What happens when we walk on the roadside, have a lively conversation with a friend and a car drives past on the street in the background?
Would we notice the car at all? Would we remember it later? Probably not.
However, something remarkable still happens in our brains. Even if we are busy with other things or fully devoted to an entirely different task, other distracting products stimulate those brain areas that are involved in purchasing decisions. Supposing cars are used as the disturbing factor in an attention experiment, the brain activity recorded during this task can be used to predict whether the corresponding test person would buy the car or not.
In other words, our brain prepares purchase decisions at any time, without us being aware of it.
We owe this insight to a research collaboration of scientists from Berlin, Leipzig and Magdeburg. The study was published in 2010 by A. Tusche, S. Bode and J.D. Haynes in the prestigious Journal of Neuroscience and is still regarded as groundbreaking and highly cited evidence that buying decisions take place to a large extent without our conscious intervention.
Tusche and colleagues were of course not the first trying to understand with neuroscientific methods, how the human brain responds to marketing stimuli. Numerous studies on the processing of trademarks had already provided ample evidence that successful brands stimulate particular areas of the brain which are known to process emotions (e.g. McClure and colleagues, 2004) and that personal favorite brands evoke entirely different neural patterns, than brands at number two, three and four on the personal popularity rating scale (Deppe and colleagues, 2005).
These studies provided valuable evidence that brand management has to do mainly with emotion management and brands have to deliver an emotional added value if you want to cut out the competition in the sense of “the winner takes it all.” They also explained the so-called Pepsi-Paradox (Koenigs and Tranel, 2008). The objectively better taste or possibly lower price doesn’t really matter, it is solely the emotional evaluation of a product which will decide whether we buy it or not.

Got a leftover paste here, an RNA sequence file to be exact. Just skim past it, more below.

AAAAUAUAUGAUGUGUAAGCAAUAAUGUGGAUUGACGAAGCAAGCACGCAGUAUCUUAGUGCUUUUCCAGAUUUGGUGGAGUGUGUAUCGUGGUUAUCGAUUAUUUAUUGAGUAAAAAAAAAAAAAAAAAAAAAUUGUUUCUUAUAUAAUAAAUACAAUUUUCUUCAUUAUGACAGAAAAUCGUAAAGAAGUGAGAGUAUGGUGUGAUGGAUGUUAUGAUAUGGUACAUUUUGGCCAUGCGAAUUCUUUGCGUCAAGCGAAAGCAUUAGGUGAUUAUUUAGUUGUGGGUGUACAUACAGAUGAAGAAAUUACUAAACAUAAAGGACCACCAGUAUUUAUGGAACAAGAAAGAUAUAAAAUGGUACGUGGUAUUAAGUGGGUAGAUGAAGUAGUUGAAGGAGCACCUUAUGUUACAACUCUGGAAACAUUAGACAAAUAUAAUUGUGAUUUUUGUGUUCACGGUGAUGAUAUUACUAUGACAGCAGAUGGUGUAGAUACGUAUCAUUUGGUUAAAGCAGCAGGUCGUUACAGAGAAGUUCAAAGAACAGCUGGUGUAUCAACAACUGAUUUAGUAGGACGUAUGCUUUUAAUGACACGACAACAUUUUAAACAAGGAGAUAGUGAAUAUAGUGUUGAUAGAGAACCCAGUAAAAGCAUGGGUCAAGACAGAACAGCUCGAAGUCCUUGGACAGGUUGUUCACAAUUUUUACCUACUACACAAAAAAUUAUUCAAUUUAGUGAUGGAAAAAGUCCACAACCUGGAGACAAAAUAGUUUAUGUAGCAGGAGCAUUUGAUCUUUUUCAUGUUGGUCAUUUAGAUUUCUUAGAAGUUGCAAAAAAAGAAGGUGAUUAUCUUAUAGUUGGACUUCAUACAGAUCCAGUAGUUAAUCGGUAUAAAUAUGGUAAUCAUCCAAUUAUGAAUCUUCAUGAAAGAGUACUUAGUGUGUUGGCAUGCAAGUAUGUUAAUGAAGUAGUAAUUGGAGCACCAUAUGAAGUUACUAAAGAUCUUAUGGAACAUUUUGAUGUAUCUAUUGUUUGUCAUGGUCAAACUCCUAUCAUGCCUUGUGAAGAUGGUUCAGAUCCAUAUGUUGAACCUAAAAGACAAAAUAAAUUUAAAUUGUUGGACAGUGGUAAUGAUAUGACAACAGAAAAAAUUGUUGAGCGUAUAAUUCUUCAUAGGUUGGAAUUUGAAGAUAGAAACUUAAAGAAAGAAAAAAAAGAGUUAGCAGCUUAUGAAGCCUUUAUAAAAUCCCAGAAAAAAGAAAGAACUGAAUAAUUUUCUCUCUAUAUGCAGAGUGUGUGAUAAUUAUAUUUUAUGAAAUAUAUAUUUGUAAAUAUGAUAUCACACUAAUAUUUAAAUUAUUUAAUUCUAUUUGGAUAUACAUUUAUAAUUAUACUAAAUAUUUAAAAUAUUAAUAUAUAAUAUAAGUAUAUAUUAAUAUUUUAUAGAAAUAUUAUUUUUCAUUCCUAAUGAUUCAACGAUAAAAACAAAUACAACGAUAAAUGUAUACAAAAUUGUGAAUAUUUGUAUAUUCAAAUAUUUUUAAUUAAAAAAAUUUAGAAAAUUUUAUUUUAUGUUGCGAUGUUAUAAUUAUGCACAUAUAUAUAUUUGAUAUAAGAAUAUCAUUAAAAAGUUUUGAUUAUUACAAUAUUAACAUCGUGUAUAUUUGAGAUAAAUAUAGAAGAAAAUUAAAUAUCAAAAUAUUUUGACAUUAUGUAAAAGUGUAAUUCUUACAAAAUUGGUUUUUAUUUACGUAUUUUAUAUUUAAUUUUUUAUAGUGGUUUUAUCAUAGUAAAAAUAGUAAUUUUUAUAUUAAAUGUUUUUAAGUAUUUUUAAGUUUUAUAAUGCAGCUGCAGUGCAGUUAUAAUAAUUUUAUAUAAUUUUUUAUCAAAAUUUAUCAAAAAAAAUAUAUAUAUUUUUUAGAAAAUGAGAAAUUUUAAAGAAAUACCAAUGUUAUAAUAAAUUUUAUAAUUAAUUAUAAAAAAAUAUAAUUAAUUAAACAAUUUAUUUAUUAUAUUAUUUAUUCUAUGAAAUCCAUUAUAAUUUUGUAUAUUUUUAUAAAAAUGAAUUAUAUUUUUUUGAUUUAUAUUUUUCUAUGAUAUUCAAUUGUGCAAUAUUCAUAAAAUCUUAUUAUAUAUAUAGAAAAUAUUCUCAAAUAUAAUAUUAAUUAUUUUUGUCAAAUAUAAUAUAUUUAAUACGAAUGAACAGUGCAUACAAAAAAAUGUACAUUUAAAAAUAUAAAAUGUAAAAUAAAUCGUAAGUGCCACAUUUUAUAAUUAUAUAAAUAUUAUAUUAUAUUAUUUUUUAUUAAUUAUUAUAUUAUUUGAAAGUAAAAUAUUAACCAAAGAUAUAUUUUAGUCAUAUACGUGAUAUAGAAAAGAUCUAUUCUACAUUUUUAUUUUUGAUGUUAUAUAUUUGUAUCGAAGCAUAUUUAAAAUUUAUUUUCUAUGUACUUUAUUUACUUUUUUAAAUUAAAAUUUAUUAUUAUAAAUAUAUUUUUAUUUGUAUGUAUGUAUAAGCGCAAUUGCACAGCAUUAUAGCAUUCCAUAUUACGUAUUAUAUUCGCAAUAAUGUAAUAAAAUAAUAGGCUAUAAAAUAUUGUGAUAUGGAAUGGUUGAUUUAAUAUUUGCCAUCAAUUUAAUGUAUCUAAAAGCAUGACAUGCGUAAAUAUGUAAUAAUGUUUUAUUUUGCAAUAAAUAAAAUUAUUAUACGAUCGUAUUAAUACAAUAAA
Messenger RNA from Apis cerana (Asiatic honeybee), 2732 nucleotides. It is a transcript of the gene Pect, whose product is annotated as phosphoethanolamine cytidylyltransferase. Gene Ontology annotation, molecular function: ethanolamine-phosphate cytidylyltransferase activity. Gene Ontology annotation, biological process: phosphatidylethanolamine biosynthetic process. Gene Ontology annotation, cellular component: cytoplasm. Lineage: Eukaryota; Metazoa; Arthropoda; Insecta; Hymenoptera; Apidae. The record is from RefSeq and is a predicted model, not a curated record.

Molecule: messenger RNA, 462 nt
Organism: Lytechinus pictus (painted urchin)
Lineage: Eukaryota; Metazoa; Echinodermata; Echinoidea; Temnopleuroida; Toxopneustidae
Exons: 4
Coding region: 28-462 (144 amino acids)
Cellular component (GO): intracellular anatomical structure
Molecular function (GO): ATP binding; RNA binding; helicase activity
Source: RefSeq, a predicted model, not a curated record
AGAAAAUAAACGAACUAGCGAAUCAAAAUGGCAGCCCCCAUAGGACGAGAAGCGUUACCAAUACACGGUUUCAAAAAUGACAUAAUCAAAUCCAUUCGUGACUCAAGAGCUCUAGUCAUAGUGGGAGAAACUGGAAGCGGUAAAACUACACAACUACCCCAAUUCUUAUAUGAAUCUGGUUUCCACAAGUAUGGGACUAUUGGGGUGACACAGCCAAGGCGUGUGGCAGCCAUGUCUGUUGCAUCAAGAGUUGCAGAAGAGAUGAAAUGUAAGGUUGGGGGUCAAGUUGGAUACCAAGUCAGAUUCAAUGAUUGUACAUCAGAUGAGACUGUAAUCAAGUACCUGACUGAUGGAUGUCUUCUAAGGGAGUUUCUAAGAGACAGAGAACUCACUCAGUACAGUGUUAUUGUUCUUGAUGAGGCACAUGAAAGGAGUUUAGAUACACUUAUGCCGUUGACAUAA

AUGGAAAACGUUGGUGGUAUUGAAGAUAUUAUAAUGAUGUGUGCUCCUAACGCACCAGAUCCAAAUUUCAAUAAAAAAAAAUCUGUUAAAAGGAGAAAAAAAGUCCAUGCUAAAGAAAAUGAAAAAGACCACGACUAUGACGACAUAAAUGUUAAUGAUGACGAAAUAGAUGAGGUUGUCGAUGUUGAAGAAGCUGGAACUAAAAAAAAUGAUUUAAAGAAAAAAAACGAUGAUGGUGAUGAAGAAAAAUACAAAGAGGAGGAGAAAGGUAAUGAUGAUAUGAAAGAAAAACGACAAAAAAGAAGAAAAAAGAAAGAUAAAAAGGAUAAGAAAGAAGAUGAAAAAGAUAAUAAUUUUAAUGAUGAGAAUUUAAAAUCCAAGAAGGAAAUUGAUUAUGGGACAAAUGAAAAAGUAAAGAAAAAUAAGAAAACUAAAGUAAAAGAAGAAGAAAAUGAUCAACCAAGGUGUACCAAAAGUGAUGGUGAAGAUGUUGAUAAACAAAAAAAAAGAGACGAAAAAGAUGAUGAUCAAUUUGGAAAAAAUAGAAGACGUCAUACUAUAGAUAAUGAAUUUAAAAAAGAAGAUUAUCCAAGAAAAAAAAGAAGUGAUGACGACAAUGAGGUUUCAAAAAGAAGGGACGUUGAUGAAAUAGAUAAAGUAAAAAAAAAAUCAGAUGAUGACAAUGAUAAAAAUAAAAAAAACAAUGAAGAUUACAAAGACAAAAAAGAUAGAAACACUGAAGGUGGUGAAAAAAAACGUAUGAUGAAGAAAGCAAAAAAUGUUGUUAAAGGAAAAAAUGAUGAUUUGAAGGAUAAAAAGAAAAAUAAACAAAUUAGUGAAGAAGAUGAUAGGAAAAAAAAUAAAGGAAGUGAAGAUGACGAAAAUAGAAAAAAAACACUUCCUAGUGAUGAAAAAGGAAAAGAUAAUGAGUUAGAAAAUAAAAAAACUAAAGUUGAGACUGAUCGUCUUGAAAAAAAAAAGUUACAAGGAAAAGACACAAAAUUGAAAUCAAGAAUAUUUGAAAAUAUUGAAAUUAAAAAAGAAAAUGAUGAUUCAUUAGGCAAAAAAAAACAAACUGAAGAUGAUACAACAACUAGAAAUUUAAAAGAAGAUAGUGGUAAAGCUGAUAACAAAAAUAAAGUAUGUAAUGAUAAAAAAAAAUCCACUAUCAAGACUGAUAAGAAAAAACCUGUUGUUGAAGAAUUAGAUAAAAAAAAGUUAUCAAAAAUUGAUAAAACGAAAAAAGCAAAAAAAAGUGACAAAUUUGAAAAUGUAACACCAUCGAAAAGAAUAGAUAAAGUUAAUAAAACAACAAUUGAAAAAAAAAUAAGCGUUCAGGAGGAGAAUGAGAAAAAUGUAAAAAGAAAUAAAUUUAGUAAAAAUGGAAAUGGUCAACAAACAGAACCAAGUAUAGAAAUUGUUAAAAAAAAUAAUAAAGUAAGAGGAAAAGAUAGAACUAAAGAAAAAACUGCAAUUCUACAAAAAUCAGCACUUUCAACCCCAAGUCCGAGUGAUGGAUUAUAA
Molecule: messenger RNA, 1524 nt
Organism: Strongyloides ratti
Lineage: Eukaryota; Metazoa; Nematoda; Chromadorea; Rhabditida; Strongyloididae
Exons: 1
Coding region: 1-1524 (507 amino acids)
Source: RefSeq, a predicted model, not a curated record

And even if emotional brand management and subjectively higher quality come together, once there is a top dog (Coca Cola), there is (almost) no getting around it.
Buying decisions are based almost exclusively on activity in “emotional” brain areas, if one generalizes the results of Knutson and colleagues (2007). This means that not only brands, but also advertising and all other marketing activities would do well to reach the consumer emotionally.
Of course, that almost inevitably poses the question of what such an emotional appeal should look like…
And here too, there was a major breakthrough in 2010 which was the use of neuroscientific methods in advertising effectiveness research.
A Polish research group led by Rafal Ohme was able to prove in a series of different experiments, that the effectiveness of TV commercials often depends on very short, barely consciously perceptible sequences, when it comes to triggering the view to a purchase decision. Do you remember the first commercial for the Sony Bravia flat screen TV?
Figure 1: First commercial for the Sony Bravia flat screen TV
The commercial received many awards and is still regarded as a very successful example of good advertising. It is creative, entertaining and SONY could not complain about the success of the Bravia.
From a neuromarketing perspective, however, of interest is a short scene, less than 2 seconds, which if removed, decreases the effect of the commercial measurably.
Can you guess which one?
You can find the solution to the question at the following link: (german)
It has since been demonstrated that scenes like the one in this TV commercial emotionalize and thereby influence the subsequent purchasing behavior significantly. In a control experiment, a customer was 14% more likely to purchase the advertised product if such an emotional key effect was included in the commercial.
14% more sales because of a 1.8 seconds long sequence that is usually not even remembered in a direct survey …
No wonder that resultantly, numerous companies have been created to verify with neuroscience methodology if advertisements or commercials contain such effective scenes, especially EEG and fMRI. Much of what we are shown nowadays on television has been checked in advance with neuromarketing methods, especially when it comes to well-known companies.
Whether Apple, Coca Cola, VW or big movies such as the James Bond series: they all have been associated with neuromarketing.
Reversely, does this mean that we as consumers are now spending more money than before 2010? Statistically, yes.
Is this change because of the introduction of neuromarketing? Probably not.
A Finnish neuromarketing agency investigated a few years ago, how much “good” (in the sense of effectiveness being neuroscientifically detectable) TV advertising is actually being broadcast with a frightening result. Only 38% of the hundreds of advertising seconds examined had a detectable effect on the consumer brain.
And even worse: Of these 38%, over half, namely 24%, had negative effects. This means that only 14% of all examined advertising seconds had a beneficial influence on sales.
As it stands, we have no need to worry. In spite of neuromarketing, most advertising is just bad.
Published on 05/13/2016 by Benny Briesemeister.
Who writes here
Benny B. Briesemeister completed his doctorate in neurocognitive psychology at the FU Berlin. Since 2011 he has been researching the link between neuro science and marketing. He was granted the title ”Neurotalent of the Year 2015“ by the NMSBA.Become a guest author »
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